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Sudan's top general says military committed to civilian rule

Destroyed military vehicles are seen in southern in Khartoum, Sudan, Thursday, April 20, 2023.
Destroyed military vehicles are seen in southern in Khartoum, Sudan, Thursday, April 20, 2023. Copyright Marwan Ali/Copyright 2023 The AP. All rights reserved.
Copyright Marwan Ali/Copyright 2023 The AP. All rights reserved.
By Euronews with AP
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Sudan's top general said Friday the military remains committed to a transition to civilian rule, in his first speech since brutal fighting between his forces and the country's powerful paramilitary began nearly a week ago.

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Sudan's top general said Friday the military remains committed to a transition to civilian rule, in his first speech since brutal fighting between his forces and the country's powerful paramilitary began nearly a week ago.

In a video message released early Friday to mark the Muslim Eid al-Fitr holiday, army chief General Abdel Fattah Burhan said: “We are confident that we will overcome this ordeal with our training, wisdom and strength, preserving the security and unity of the state, allowing us to be entrusted with the safe transition to civilian rule."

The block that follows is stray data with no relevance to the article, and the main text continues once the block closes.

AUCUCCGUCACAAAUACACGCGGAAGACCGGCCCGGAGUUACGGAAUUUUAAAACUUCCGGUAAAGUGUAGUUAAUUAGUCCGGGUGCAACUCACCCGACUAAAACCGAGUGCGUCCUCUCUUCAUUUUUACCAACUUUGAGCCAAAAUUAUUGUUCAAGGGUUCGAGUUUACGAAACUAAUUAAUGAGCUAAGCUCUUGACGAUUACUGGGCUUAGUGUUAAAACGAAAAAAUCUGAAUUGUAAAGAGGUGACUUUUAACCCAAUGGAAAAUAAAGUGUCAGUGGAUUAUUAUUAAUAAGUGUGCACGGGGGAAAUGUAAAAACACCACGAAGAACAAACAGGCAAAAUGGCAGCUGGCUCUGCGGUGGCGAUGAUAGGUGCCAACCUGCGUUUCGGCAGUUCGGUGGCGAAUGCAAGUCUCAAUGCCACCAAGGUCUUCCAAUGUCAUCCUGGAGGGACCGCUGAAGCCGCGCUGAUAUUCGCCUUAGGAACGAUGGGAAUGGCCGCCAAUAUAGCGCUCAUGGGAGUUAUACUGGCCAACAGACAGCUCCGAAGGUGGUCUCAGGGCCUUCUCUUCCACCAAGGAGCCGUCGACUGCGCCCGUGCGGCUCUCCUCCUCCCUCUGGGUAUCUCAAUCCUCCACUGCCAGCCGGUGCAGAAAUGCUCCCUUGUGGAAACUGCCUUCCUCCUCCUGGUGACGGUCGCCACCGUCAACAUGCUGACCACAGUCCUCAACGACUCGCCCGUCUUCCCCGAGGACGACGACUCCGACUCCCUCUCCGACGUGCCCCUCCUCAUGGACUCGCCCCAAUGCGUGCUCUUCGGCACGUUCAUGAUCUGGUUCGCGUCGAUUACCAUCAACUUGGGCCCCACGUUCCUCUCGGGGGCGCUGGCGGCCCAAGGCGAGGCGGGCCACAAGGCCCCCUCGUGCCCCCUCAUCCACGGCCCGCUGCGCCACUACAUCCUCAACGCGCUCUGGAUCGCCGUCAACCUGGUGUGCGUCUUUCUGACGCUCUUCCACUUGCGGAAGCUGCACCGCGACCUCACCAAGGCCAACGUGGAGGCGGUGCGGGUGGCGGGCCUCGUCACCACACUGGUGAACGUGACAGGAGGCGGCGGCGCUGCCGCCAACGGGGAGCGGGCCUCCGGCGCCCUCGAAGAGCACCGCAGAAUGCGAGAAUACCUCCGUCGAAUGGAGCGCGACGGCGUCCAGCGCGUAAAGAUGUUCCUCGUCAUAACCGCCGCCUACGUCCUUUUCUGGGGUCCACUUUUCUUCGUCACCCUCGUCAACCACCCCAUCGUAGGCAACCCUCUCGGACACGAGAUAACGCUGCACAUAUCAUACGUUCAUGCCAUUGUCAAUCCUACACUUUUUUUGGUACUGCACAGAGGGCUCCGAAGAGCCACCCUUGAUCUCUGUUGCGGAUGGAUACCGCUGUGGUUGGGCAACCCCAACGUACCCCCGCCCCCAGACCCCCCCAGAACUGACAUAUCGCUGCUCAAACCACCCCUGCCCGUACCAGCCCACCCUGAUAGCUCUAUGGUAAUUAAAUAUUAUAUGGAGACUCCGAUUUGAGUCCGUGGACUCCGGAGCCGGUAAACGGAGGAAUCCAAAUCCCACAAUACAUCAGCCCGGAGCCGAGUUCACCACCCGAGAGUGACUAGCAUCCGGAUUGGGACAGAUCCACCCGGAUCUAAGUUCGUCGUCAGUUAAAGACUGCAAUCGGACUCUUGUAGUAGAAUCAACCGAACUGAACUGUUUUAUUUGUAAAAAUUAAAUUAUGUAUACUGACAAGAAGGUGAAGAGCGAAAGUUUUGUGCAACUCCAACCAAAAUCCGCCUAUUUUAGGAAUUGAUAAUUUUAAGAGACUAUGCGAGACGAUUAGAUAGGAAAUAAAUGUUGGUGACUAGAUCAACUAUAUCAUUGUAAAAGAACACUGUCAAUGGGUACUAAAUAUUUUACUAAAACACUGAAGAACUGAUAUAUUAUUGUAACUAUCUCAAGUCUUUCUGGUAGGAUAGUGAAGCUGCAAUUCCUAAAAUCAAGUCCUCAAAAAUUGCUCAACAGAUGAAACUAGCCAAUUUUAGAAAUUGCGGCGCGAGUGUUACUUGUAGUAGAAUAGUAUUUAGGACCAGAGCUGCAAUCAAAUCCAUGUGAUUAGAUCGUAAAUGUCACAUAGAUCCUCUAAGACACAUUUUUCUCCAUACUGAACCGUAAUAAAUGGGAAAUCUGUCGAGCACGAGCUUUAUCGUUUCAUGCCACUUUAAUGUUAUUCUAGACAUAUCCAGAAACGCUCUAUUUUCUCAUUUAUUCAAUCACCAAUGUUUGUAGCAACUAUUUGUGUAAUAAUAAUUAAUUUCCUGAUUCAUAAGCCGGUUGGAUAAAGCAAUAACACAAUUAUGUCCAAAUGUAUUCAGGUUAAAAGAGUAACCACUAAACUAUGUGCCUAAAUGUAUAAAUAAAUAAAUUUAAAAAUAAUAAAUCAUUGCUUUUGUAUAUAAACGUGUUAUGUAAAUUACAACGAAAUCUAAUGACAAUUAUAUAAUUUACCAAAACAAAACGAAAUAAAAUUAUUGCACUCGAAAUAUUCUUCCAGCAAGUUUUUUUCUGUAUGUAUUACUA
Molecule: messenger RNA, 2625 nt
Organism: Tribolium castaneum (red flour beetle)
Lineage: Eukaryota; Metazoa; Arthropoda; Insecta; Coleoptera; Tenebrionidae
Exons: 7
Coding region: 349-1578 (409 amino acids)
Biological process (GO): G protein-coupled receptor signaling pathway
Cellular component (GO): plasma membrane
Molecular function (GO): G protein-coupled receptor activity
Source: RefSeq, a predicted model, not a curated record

Since he took control of the country in an October 2021 coup, Burhan and his rival, commander of the Rapid Support Forces Gen. Mohammed Hamdan Dagalo, have repeatedly promised to shepherd the country until a civilian government has been elected. However, both have failed to sign political agreements that would see their institutions lose power.

The video message was the first time Burhan has been seen since the capital and other areas descended into chaos in the fighting. It wasn't known when or where the video was made.

On Thursday, Sudan’s military ruled out negotiations with the rival Rapid Support Forces, saying it would only accept its surrender. The two sides continued to battle in central Khartoum and other parts of the country, threatening to wreck international attempts to broker a longer cease-fire.

The military’s statement raised the likelihood of a renewed surge in the nearly weeklong violence that has killed hundreds and pushed Sudan’s population to the breaking point. The alarm has grown that the country’s medical system was on the verge of collapse, with many hospitals forced to shut down and others running out of supplies

"Ruin and destruction and the sound of bullets have left no place for the happiness everyone in our beloved country deserves,” Burhan said in the speech.

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